Oscar winner Tan Dun to present concert

Updated 2017-06-12 09:31:43 China Daily
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Tan Dun's upcoming concert in Beijing is a dialogue between the East and the West to inspire people's imaginations with classical music. Photos provided to China Daily

Tan Dun's upcoming concert in Beijing is a dialogue between the East and the West to inspire people's imaginations with classical music. Photos provided to China Daily

Chinese composer and conductor Tan Dun, who won the Oscar for the original score of the movie Crouching Tiger, Hidden Dragon, has always been ahead of the curve.

Tan, a native of Changsha, Hunan province, was trained at the Central Conservatory of Music in Beijing. Despite his classical training, Tan has created music with the sounds of water, wind and paper. He has also documented nyushu, an ancient language used mostly by women in Hunan.

Now, he is collaborating with folk musicians of the China National Traditional Orchestra to present his works-the Fire Ritual Violin Concerto and the Cello Concerto Crouching Tiger and Hidden Dragon-at the capital's National Center for the Performing Arts on Friday.

Tan says the idea was inspired by his trip to Dunhuang, Gansu province, three years ago, where he saw the famous cave paintings.

"Big orchestras, musicians and various instruments were displayed in those large paintings, which told me how diverse Chinese music was thousands of years ago," says Tan, adding that he wants to reinterpret ancient scores with the help of a modern orchestra to connect the old and the new.

Norwegian violinist Eldbjorg Hemsing, who will perform in the Fire Ritual Violin Concerto, says: "Tan Dun's vision is not to introduce China to the world but to introduce the world to China."

Using the classical violin with an orchestra of traditional Chinese instruments is not known to have been done here before, she says.

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Eldbjorg Hemsing from Norway will play at Tan's concert.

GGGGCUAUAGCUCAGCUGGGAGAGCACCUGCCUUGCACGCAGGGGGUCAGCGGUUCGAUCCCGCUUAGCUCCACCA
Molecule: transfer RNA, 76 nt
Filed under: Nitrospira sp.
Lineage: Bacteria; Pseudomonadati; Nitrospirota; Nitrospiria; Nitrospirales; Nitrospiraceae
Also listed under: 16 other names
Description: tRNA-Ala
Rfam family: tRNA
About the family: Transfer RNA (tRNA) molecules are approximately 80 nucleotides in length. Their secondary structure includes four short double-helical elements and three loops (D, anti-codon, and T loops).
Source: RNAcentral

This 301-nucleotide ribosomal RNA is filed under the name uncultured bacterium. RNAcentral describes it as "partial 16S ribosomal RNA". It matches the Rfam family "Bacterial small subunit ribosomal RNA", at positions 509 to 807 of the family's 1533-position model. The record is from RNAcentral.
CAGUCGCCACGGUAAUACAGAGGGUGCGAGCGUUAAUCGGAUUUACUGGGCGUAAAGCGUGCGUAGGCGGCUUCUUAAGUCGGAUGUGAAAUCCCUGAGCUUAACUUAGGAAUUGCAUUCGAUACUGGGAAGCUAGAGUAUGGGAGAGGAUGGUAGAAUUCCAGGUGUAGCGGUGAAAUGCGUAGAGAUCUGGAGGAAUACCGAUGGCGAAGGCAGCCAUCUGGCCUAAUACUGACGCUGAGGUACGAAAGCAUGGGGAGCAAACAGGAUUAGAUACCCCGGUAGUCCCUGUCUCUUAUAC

Eldbjorg Hemsing from Norway will play at Tan's concert.

She calls the concert "a truly special event".

In 2010, Hemsing met Tan for the first time at his studio in Shanghai, where she had gone to play in Tan's violin concerto inspired by Peking Opera, with the Trondheim Symphony Orchestra under his baton.

"I remember one very specific question he asked me: 'What is your feeling and perception about the piece?' He wanted to hear what my thoughts were and how I'd interpret it," Hemsing recalls.

The foundation of how they work together is still openness and curiosity, she adds.

Fire Ritual, which premiered in Beijing in 1997, was one of Tan's concertos for huqin, a two-stringed bowed instrument.

According to the composer, Hemsing will play the violin in a manner similar to how the Chinese instruments erhu (a bowed instrument) and guqin (Chinese zither) are played. The orchestra members will be arranged across the stage and the audience will be seated in a way that will resemble royal performances during the Tang Dynasty (618-907).

The Cello Concerto Crouching Tiger and Hidden Dragon is based on Tan's Oscar-winning score, which was performed by cellist Yo-Yo Ma, for the Ang Lee film.

Tan says he composed the Cello Concerto Crouching Tiger and Hidden Dragon for the violin and cello in the style of traditional Chinese folk music.

"It's almost like a conversation between the China National Traditional Orchestra and Western musical instruments," he says.

Tan says he hopes to inspire people's imaginations with classical music. He will also present his compositions Passacaglia: Secret of Wind and Birds and Internet Symphony Eroica at the NCPA on Friday.

Passacaglia premiered in 2015. It takes inspiration from the ancient and the modern, the East and the West, and from nature and man-made objects. Tan has incorporated the chirping of birds produced by phones.

"The symphony orchestra is expanding with the inclusion of new instruments. I thought the cellphone ... might be a wonderful new instrument that reflects our lives today," Tan says.

The Internet Symphony Eroica features videos of some 3,000 musicians from more than 70 countries. Tan did the rehearsal with musicians online across the world. The project was presented at Carnegie Hall in 2009.

"The internet is an invisible Silk Road, joining different cultures around the world," says Tan.

If you go

7:30 pm, Friday. NCPA, 2 West Chang'an Avenue, Xicheng district, Beijing. 010-6655-0000.

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